According to the most extensive evaluation of climate research to date, water issues - drought, with its attendant wildfires and flooding - are expected to grow considerably worse throughout the planet as climate crisis intensifies.
The Intergovernmental Panel on Climate Change says global warming of at least 1.5 degrees Celsius is expected to occur during the next two decades. As the world's temperature rises, so will the planet's water cycle, with currently wet places getting even wetter and already arid parts becoming more prone to drought.
"As the atmosphere warms due to global warming, it can hold and transport more moisture - so, at the largest scale, we expect to see an acceleration of the hydrological cycle: stronger evaporation in the tropics and more intense rainfall in the high latitudes and some equatorial regions," said Prof Mike Meredith, a lead author for the IPCC.
In existing wet places, this will mean more frequent and severe extreme rainfall events and an increase in the frequency and severity of flooding.
"There is already considerable evidence that such shifts are occurring. Droughts may worsen and linger longer in certain arid places. Such dangers are exacerbated by knock-on effects, such as an increased risk of wildfires, which we are now seeing."
"The premise of a warmer world is that more water will be evaporated, which will worsen droughts, and this additional water in the atmosphere will increase the quantity of rain when it does rain," said Prof Ralf Toumi, co-director of Imperial College London's Grantham Institute on Climate Change.
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"Climate change will make wet and dry regimes more extreme," said Ilan Kelman, a professor of catastrophes and health at University College London. In already arid places like the Mediterranean and southern Africa, soil moisture will decrease, and dry periods will increase. As a result, seasonal rainfall variability is predicted to rise, with fewer days of rain and greater deluge intensity.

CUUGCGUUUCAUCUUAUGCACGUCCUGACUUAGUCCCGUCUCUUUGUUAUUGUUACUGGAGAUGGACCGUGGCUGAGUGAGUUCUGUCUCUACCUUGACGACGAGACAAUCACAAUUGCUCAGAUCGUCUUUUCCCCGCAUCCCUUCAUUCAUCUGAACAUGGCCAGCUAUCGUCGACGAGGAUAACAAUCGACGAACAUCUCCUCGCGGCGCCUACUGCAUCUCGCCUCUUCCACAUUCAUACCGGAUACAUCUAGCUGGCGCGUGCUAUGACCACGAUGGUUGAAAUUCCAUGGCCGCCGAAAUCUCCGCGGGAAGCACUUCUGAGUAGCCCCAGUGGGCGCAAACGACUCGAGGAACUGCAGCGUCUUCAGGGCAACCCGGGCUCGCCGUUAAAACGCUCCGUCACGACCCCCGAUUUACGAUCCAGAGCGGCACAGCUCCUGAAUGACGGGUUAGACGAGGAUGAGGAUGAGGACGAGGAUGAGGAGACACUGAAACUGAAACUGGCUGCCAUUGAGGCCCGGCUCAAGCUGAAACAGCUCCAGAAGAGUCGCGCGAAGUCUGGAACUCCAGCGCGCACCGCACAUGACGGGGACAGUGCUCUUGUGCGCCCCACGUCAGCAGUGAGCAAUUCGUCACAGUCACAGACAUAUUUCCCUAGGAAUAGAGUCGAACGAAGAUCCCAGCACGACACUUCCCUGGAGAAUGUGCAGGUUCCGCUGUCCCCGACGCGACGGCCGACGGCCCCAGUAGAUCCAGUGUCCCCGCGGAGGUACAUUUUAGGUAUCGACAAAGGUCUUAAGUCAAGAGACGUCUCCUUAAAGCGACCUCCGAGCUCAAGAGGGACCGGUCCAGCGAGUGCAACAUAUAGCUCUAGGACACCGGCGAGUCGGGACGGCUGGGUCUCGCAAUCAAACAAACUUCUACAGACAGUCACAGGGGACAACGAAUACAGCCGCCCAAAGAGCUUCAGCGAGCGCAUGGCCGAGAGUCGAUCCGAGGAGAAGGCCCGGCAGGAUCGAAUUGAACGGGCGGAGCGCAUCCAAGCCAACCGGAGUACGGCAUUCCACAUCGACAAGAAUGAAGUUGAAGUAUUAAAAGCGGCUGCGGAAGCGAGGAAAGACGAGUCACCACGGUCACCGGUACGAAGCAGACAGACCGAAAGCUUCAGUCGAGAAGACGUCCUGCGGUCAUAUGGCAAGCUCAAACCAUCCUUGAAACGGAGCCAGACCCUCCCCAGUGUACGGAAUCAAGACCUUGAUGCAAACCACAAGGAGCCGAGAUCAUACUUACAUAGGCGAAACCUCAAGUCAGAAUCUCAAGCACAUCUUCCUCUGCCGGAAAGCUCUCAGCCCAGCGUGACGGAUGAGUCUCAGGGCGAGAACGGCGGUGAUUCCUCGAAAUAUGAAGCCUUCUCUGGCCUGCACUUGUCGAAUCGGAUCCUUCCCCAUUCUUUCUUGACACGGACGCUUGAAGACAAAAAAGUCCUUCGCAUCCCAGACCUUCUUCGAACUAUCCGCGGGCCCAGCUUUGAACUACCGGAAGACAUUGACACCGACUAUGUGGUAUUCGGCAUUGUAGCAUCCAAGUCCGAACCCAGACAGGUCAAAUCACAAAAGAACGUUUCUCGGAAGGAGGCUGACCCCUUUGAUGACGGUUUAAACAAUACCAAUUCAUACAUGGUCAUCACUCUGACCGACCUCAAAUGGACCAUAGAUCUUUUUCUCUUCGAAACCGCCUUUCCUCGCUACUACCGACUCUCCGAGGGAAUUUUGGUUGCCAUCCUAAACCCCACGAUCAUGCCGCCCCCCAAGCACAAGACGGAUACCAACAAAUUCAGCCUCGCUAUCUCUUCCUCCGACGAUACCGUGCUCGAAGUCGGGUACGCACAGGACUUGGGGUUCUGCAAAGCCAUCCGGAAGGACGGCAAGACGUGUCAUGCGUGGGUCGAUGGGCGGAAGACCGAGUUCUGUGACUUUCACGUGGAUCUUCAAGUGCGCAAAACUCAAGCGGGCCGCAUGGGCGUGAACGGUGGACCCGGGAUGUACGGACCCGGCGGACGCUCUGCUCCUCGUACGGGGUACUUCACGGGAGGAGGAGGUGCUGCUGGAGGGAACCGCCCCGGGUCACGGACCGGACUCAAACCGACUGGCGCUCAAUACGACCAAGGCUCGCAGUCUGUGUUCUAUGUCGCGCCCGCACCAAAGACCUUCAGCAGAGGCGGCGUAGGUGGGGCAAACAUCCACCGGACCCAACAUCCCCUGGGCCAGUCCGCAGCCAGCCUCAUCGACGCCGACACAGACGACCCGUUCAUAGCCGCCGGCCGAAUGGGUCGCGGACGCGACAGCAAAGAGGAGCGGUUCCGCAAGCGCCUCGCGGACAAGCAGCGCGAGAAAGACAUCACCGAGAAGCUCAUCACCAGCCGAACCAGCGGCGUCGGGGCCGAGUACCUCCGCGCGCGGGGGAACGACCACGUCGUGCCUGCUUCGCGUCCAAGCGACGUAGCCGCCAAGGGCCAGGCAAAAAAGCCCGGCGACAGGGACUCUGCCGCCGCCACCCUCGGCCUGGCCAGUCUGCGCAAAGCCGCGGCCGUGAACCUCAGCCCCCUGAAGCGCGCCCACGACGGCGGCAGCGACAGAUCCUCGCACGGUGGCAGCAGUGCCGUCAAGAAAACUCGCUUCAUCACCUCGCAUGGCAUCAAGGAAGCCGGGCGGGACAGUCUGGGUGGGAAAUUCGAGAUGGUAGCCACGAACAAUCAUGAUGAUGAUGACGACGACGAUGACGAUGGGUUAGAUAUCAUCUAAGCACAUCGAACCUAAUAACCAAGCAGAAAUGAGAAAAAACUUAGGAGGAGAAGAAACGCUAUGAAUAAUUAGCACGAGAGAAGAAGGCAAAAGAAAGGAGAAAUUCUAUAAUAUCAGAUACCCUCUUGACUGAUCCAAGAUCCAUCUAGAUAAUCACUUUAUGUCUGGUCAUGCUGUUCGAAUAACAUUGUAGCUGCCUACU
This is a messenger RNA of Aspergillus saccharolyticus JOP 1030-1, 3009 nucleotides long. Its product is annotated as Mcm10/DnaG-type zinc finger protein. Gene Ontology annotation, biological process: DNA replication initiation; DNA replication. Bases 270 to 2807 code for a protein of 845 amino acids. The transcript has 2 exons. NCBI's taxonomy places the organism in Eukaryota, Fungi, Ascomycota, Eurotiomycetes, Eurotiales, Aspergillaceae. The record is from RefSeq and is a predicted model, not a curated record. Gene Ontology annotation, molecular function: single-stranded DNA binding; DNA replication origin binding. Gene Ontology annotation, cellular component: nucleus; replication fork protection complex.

The second half of the IPCC report will detail the predicted consequences of the climate crisis on water. More than 200 pages are dedicated to this subject alone in the monumental IPCC report released last week. The results so far offer the starkest warnings yet of the challenges the world faces.
The IPCC has warned that monsoons could become more unpredictable in the future. It said it was concerned about the possible implications of monsoon winds and monsoon rains.
"Monsoon precipitation is expected to rise by the end of the century, particularly for the monsoons in the south and south-east Asia, east Asia, and the central Sahel [in Africa], said Dr. Andy Turner, associate professor of monsoon systems at Reading University and a key author for the IPCC. Internal variability, on the other hand, will dominate near-term monsoon fluctuations. As a result, extreme occurrences in monsoon regions, such as periods of excessive rainfall, floods, and drought, will become more often and severe with each incremental degree of warming."
Hundreds of millions of people rely on glaciers for water and agriculture, and these are expected to be among the most severely impacted water systems. "Measurements reveal glaciers in many regions of the world now have negative mass balances even with current global mean temperatures," said Roger Braithwaite, an honorary senior research fellow at the University of Manchester.
As a result, glaciers are not considered 'safe' under the Paris Agreement [which sets a goal of 1.5°C and a limit of 2°C]."
"Glaciers have retreated globally since the 1990s; this is unprecedented in at least two millennia and is a clear indicator of the consequences of global warming," Meredith continued.
In addition, many towns downstream rely on high-mountain glaciers for their way of life since they provide a consistent source of freshwater for drinking and irrigating crops.
According to Jonathan Farr, senior policy analyst for climate change at the charity WaterAid, these impacts on water systems are already causing devastation to millions of people worldwide, worsening poverty, disrupting societies, and turning life into a daily struggle for some of the most vulnerable.
Governments convening in Glasgow in November for the UN Cop26 climate conference must take action not just on greenhouse gas emissions but also on giving funds for impoverished countries to adapt to the already-observed consequences of the climate catastrophe, he stressed.
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